Myra Strober became a feminist on the Bay Bridge, heading toward San Francisco. It is 1970. She has just been told by the chairman of Berkeley's economics department that she can never get tenure. Driving home afterward, wondering if she got something out of the freezer for her family's dinner, she realizes the truth: she is being denied a regular faculty position because she is a mother. Flooded with anger, she also finds her life's work: to study and fight sexism, in the workplace, in academia, and at home.
Strober's generous memoir captures the spirit of a revolution lived fully, from her Brooklyn childhood (and her shock at age twelve when she's banished to the women's balcony at shul) to her groundbreaking Stanford seminar on women and work.
In the 1970s, the term "sexual harassment" had not yet been coined. Occupational segregation, quantifying the value of work in the home, and the cost of discrimination were new ideas. Strober was a pioneer, helping to create a new academic field and founding institutions to establish it. But she wasn't alone: she benefited from the women's movement, institutional change, and new federal regulations that banned sex discrimination. She continues the work today and invites us to join her.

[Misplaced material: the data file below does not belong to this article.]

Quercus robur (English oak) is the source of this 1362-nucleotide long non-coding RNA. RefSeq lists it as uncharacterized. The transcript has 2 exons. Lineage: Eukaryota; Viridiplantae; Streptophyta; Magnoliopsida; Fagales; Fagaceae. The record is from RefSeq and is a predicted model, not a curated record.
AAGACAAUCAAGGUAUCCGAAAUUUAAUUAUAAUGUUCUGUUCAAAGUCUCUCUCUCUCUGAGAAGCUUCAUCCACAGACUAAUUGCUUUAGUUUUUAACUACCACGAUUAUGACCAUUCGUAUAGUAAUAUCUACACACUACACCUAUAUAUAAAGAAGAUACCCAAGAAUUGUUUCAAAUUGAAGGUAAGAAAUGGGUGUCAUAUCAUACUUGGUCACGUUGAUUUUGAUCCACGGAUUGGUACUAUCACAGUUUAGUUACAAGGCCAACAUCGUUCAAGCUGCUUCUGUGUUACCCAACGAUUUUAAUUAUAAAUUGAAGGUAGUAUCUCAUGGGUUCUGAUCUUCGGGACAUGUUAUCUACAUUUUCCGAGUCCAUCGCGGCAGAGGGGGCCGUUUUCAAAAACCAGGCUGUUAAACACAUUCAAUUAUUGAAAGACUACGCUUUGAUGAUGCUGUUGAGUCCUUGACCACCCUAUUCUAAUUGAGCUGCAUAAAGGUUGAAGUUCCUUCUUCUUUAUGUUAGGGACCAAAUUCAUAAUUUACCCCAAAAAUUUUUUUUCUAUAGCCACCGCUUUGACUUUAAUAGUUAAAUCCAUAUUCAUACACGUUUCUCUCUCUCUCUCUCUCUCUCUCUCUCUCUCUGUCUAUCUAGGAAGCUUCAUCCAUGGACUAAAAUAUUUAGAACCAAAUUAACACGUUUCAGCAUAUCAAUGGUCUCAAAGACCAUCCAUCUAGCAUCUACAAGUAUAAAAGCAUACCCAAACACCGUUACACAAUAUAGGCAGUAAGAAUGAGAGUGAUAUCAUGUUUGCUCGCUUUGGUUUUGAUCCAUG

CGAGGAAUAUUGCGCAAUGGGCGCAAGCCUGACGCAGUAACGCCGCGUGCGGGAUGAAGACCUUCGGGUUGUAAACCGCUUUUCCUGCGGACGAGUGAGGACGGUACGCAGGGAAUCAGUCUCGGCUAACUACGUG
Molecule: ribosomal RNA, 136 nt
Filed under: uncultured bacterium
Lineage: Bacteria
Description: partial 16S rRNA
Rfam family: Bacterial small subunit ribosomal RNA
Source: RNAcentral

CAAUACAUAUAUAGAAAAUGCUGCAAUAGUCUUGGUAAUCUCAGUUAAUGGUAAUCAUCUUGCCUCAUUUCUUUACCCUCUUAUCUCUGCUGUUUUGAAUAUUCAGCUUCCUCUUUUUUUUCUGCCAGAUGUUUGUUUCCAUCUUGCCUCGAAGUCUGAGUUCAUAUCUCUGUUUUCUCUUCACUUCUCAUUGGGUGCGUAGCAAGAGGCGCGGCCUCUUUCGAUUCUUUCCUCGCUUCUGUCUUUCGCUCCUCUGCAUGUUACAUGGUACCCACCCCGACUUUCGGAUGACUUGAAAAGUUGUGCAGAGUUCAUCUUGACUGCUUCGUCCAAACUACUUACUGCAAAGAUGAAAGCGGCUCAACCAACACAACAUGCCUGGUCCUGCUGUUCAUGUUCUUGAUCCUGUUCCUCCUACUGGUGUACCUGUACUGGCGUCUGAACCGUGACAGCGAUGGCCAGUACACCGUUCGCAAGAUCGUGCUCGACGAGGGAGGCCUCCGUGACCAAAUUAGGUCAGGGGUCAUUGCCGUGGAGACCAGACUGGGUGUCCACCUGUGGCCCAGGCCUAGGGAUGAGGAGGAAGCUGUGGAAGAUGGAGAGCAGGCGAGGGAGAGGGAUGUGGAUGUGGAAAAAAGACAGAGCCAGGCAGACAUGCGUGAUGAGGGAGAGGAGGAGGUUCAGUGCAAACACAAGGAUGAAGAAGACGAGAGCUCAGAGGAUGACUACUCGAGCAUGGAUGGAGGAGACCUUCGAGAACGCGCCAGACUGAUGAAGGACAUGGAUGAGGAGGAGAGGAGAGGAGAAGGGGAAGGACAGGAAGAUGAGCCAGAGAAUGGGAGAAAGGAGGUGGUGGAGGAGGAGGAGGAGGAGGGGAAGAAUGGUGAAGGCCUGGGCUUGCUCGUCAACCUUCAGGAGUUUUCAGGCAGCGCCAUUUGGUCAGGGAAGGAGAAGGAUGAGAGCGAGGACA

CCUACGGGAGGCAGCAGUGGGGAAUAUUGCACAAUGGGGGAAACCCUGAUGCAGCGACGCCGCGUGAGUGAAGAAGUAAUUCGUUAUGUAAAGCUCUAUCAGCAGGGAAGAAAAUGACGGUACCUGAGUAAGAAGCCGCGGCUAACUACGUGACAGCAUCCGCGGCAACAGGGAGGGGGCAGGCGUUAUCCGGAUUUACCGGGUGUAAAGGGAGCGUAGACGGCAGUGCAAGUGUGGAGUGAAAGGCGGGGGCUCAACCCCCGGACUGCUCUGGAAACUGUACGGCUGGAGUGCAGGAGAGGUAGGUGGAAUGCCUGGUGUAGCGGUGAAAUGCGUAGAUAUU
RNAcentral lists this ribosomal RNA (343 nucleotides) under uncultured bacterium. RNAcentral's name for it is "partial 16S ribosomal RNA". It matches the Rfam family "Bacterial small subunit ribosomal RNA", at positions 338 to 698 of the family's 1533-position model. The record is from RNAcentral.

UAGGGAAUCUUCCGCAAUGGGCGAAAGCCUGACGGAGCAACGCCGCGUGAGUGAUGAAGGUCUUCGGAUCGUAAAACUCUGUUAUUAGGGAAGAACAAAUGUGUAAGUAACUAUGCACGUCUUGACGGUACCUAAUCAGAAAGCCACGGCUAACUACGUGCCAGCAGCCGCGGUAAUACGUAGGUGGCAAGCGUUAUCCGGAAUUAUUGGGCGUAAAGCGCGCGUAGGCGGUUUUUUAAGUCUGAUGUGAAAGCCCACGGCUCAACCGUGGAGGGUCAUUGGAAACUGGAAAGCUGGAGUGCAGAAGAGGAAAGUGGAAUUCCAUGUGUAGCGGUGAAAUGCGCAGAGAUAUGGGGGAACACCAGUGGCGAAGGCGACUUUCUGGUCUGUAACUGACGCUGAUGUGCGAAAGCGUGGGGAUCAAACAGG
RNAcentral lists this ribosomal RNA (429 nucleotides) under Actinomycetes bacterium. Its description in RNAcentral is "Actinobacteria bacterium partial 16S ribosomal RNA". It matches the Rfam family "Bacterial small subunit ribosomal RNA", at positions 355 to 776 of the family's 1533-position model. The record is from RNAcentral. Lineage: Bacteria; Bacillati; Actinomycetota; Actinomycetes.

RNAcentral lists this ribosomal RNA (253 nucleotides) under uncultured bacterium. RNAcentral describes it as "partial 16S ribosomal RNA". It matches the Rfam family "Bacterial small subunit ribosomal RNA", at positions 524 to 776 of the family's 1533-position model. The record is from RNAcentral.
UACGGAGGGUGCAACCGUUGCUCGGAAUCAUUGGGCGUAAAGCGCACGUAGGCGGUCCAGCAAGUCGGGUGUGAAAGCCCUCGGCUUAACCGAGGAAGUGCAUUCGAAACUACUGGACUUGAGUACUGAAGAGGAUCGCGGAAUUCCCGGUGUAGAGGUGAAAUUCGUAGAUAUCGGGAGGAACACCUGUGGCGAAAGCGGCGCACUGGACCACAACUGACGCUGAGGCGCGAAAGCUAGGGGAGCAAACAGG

The book is published by MIT Press.
"Both women and men will find a friend in these pages." (Gloria Steinem)
"Strober's compelling story is a page-turner, a home run! It should be required reading in business, law, and all of the social sciences." (Irma Herrera, former Executive Director, Equal Rights Advocates)
"In this beautifully written book, Myra Strober deftly combines her personal story with the changes in women's lives during the last part of the twentieth century… A wonderful read." (Lotte Bailyn, MIT Sloan; author of Breaking the Mold: Redesigning Work for Productive and Satisfying Lives)
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